I love to see my classroom bookshelf empty. I know this might sound strange coming from an English teacher. But I mean it. A sparse collection means more books in the hands of my students. One thing I’ve been doing over the last eight years of teaching is stocking my classroom library with high-interest young adult novels. I’ve picked up ARCs (Advanced Reader Copies) at local and national conferences, made monthly trips to used book stores and grab books on the clearance rack at B&N– all in an effort to beef up my classroom book collection.
In addition to teaching my ninth graders some of the classics such as Animal Farm, To Kill a Mockingbird, Romeo and Juliet –all novels with value, insight and universal and timeless themes – I’ve created an “Independent Novel Assignment” where students have free reign over book selection. I don’t require the students to keep a reading log of this book, complete a time-consuming project, or write an extensive book report. Instead, they simply write a two-paragraph book review once they’ve finished the novel. (Bonus: As a teacher, you get some great books to add to your TBR – to be read – pile!) Because they choose their own novels, rather than choosing one book from a list of 20 or so selected by me, the teacher, they see reading not as an assignment, but rather as a fun, enjoyable experience.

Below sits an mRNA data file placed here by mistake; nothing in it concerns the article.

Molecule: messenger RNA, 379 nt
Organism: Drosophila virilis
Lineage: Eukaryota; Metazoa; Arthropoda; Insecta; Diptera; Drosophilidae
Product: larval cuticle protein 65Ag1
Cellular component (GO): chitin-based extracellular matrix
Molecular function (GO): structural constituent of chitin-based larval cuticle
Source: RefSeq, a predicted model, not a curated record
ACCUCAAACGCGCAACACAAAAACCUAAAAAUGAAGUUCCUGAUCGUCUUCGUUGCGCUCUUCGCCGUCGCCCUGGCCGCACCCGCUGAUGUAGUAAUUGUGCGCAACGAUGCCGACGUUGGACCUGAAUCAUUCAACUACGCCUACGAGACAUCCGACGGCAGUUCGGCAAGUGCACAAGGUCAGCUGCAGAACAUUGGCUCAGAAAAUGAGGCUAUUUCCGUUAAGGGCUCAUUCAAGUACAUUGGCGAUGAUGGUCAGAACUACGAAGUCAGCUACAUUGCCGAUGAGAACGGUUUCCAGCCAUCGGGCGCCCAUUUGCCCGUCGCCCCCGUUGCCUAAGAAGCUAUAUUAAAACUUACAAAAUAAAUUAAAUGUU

By relinquishing a bit of control and allowing students ownership over the books that they read, we put learning into their own hands and help foster a relationship with reading for the sake of reading! After discussing the topic of student choice with my English class, and then piecing together what I’ve observed over the years, I’ve come up with the TOP FIVE positive outcomes that come from students having choice when it comes to reading.
1. Enjoyment. This one is a no-brainer. When students have a choice in their reading, they more than likely are going to choose books that they will enjoy. This enjoyment continues on beyond that one book, as they will find a certain author or genre that they like more than others, and continue to pick up books because they KNOW they will enjoy them. It’s apparent that my own students find joy in reading because when I ask them to get out their independent novels (novels that they select), there is an audible and collective “YES” from the group. They think reading is fun. Period.